If you ask the American Legion, its proposal to open the doors of Department of Veterans Affairs hospitals to veterans' dependents is a way of subsidizing a healthcare system that will be facing ever-tightening subsidies from the federal government.
But if you ask other veterans groups, the Legion's proposal has the potential to turn the VA into just another healthcare system competing with private providers for the same set of patients. In so doing, other veterans groups said, the Legion's proposal also could threaten care for entitled veterans.
The Legion, representing 2.9 million veterans, has proposed what it calls the "GI Bill of Health," which it casts as a blueprint for a 21st-century VA healthcare system. The VA system is the nation's largest, with a $17.7 billion budget and 900 facilities. The proposal, however, does not have a legislative sponsor.
Among other recommendations, the Legion plan suggests the VA begin treating all veterans and their dependents. Those dependents would receive treatment by buying coverage from VA health plans.
At facilities where the VA does not have the expertise to treat dependents-such as children needing pediatric care-the VA would contract with private providers for such services.
Today treatment at many VA facilities is restricted to poor veterans and those disabled during their military service.
But the VA has begun widening its patient mix by treating nonentitled military retirees and the families of active-duty military personnel under contracts with the military's health plans for retirees and dependents (June 1, p. 36).
That has prompted some on Capitol Hill to argue those contracts are a precedent for expanding care to veterans' dependents.
In addition, the VA also has expanded treatment to veterans not entitled to care, billing their insurers and keeping the money.
The Legion said it fears drastic cuts in VA personnel and services under the existing budget outlook, which does not allow for significant growth in the VA's annual appropriations between now and 2002.
The Legion said budget pressures could force the VA to cut personnel and services. If that happens, the VA may be unable to fulfill its mission of backing up military hospitals-many of which have been shuttered as part of base closings-in the event of a war or other national emergency.
"The bedrock principle behind this proposal is that VA requires additional revenue streams," said John Vitikacs, the Legion's assistant director for resource development. Treating veterans' dependents "is one way to obtain one of those additional revenue streams."
The expansion would offer veterans a potentially more affordable choice of health coverage options, he said.
"This would allow the VA to become another healthcare option for working families," Vitikacs said.
The Legion recently took that message to Capitol Hill in testimony before the House Veterans Affairs Committee's health subcommittee.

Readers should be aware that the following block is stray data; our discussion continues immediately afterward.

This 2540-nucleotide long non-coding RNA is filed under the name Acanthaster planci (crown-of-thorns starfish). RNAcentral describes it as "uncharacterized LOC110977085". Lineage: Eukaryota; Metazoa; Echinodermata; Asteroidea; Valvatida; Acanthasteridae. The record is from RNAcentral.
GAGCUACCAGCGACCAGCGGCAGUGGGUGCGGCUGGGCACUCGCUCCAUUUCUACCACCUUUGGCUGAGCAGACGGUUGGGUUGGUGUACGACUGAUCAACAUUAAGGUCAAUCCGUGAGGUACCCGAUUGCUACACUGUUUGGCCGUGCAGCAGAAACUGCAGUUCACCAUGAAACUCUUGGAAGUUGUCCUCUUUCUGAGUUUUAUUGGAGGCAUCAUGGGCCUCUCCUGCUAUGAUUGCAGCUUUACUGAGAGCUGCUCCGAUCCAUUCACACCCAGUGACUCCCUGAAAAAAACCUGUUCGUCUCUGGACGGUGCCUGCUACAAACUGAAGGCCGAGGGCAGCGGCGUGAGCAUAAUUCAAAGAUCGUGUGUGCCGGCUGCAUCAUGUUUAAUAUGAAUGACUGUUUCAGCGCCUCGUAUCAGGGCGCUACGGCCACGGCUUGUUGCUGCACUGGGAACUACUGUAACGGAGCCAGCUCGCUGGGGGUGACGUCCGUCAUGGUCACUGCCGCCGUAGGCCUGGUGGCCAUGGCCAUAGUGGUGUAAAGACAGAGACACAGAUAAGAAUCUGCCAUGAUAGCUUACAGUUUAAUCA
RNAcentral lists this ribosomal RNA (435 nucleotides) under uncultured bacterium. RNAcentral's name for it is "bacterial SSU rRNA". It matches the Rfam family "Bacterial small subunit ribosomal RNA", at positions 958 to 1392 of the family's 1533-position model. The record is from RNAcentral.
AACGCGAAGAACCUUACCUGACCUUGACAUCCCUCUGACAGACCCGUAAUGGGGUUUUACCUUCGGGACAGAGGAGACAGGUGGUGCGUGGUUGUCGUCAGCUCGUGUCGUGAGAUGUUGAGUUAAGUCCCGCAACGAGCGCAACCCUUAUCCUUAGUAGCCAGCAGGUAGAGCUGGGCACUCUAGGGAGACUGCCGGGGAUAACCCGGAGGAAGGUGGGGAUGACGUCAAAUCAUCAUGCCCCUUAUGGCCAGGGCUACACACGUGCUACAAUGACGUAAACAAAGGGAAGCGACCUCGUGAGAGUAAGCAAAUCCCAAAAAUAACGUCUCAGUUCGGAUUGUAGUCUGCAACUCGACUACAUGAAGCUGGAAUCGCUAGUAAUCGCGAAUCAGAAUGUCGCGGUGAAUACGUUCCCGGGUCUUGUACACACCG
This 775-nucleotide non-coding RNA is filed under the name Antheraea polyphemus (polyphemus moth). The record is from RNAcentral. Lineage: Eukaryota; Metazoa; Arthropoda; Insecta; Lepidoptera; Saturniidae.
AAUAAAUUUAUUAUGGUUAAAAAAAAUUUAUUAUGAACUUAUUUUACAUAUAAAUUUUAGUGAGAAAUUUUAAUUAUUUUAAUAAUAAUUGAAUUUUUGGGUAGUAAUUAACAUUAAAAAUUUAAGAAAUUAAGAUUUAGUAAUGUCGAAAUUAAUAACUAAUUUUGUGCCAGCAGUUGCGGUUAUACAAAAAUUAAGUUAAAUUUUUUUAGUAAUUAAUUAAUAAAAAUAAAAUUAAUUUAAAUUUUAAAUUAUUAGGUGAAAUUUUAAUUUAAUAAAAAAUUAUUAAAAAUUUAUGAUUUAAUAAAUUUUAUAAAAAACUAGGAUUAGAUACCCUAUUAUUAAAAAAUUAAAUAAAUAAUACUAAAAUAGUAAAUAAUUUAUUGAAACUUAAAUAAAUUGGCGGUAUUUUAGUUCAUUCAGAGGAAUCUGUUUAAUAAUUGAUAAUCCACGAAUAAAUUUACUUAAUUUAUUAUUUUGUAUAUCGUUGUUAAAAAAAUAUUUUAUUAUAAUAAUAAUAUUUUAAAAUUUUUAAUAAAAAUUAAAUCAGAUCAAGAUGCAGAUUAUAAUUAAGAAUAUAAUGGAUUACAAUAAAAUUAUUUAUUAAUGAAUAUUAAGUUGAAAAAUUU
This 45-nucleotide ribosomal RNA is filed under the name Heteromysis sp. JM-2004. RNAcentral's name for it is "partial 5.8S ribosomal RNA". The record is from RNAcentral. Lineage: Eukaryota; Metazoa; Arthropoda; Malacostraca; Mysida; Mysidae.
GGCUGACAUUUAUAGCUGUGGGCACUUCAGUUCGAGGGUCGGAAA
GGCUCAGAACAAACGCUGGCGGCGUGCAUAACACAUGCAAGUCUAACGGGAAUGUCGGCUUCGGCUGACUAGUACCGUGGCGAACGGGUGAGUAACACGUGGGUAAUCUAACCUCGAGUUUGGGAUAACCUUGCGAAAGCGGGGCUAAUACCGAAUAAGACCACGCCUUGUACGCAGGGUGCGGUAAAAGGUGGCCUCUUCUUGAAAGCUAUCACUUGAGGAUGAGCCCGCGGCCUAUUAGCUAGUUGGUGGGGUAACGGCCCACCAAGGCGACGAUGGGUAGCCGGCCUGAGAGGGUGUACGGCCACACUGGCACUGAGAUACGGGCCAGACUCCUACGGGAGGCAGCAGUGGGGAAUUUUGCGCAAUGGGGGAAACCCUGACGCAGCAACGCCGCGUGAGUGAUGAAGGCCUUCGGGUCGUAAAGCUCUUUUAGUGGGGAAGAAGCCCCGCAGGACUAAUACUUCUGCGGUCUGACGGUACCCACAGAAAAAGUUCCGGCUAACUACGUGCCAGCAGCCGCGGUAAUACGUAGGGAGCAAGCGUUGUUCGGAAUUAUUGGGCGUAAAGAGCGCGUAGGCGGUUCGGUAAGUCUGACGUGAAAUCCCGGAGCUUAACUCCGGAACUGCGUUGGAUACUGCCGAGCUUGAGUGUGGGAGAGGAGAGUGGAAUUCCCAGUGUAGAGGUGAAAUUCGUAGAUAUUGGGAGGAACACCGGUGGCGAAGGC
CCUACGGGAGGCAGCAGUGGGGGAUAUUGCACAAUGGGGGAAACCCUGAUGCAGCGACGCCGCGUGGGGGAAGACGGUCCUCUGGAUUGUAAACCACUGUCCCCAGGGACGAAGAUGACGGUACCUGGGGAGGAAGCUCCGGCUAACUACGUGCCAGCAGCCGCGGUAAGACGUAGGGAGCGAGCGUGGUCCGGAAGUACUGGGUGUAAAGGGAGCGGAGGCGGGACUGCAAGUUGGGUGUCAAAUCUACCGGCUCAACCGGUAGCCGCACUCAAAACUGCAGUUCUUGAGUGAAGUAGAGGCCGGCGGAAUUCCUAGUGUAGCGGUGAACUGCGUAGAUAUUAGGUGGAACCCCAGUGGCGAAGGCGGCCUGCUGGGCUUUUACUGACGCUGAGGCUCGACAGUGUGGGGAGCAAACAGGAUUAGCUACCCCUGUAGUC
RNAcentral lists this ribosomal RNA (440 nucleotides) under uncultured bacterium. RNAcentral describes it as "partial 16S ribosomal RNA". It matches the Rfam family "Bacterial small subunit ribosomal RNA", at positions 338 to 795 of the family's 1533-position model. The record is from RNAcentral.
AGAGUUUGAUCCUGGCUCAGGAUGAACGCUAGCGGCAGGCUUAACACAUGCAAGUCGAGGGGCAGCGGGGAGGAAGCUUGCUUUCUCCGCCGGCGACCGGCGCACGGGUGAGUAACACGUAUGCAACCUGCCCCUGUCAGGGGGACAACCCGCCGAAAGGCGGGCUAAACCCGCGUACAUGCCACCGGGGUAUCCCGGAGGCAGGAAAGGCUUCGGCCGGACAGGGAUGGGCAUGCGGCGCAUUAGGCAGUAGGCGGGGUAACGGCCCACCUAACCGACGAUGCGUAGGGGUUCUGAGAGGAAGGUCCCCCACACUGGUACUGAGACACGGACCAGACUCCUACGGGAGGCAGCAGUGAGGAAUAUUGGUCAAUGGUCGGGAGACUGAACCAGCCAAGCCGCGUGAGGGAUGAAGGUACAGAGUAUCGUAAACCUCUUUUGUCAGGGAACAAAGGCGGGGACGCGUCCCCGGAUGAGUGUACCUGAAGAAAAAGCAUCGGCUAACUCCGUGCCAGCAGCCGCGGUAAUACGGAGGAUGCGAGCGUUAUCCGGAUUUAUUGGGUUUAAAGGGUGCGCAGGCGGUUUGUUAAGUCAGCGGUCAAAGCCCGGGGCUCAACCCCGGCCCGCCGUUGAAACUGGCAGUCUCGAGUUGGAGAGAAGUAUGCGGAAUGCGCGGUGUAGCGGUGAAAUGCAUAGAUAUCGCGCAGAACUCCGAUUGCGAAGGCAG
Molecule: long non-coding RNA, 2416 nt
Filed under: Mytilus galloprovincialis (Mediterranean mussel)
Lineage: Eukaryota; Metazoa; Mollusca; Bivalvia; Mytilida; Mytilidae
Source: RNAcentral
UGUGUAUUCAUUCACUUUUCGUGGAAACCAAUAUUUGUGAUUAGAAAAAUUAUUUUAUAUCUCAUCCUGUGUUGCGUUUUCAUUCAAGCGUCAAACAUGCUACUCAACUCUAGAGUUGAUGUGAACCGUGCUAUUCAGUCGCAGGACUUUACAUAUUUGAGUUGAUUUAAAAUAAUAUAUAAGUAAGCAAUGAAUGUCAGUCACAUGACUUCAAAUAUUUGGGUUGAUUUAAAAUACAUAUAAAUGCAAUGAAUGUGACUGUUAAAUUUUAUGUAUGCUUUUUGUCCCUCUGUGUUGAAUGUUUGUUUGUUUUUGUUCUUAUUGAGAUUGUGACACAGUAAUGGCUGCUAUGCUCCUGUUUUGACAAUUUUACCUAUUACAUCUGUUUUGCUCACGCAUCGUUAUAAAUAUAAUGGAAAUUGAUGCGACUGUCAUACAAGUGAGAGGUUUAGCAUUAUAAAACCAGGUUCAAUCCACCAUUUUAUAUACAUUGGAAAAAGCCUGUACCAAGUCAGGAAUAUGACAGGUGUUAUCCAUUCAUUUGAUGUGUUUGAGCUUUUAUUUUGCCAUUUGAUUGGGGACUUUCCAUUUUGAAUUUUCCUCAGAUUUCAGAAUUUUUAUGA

The VA has not taken a position on the proposal. But other veterans groups are skeptical, fearing dependents could squeeze out the entitled disabled and poor veterans, who do not bring extra revenues to the VA.
Richard Wannemacher, associate national legislative director for the Disabled American Veterans, said such steps could blur the lines between the VA and private providers. He said the VA could sacrifice its missions of education, research and specialized treatment of veterans' disabilities in favor of treating a nonentitled population.
"It would place the VA in the same category as any other HMO," Wannemacher said. "There has to be a unique VA healthcare system."
Although the Legion argues that the increased revenues brought into the VA healthcare system from veterans' dependents could lead to expanded services for entitled veterans, Wannemacher and other veterans' advocates note that the VA has a spotty record for collecting such revenues.
For instance, Richard Fuller, national legislative director for Paralyzed Veterans of America, pointed to a report on the VA's performance in billing and collecting revenues from the military's Tricare managed-care plans for treatment of military dependents.
That report, by the consulting firm Price Waterhouse, indicated that the VA had collected only 55% of the $1.5 million it billed payers at six sites.
Wannemacher also said the VA has not adequately tracked the money collected from third-party payers and shown how it has been used to improve services to veterans.
In the past, Fuller said, many veterans groups have recommended that the VA also treat veterans' dependents, but most of the groups now fear that would endanger existing services for veterans.
In addition, the system might not be prepared for the challenges that would result from treating dependents. In the past four years, the VA has undergone many changes that its healthcare system hasn't fully digested yet, Fuller said.
Among those are a decentralization of authority to 22 healthcare networks, imposition of capitated payments, enrollment of veterans in primary-care plans, reform of its eligibility system to allow entitled veterans access to all care, and the closing of thousands of hospital beds.
At the same time, the VA has expanded its sharing arrangements with the Defense Department, bringing new patients into the system.
The system needs time to adjust to the new patients and operations, Fuller said.
"We're calling for a time-out on grand schemes," Fuller said. "There's nothing wrong with thinking grand thoughts, but in the reality of where we are right now*.*.*.*we need to see what transpires here."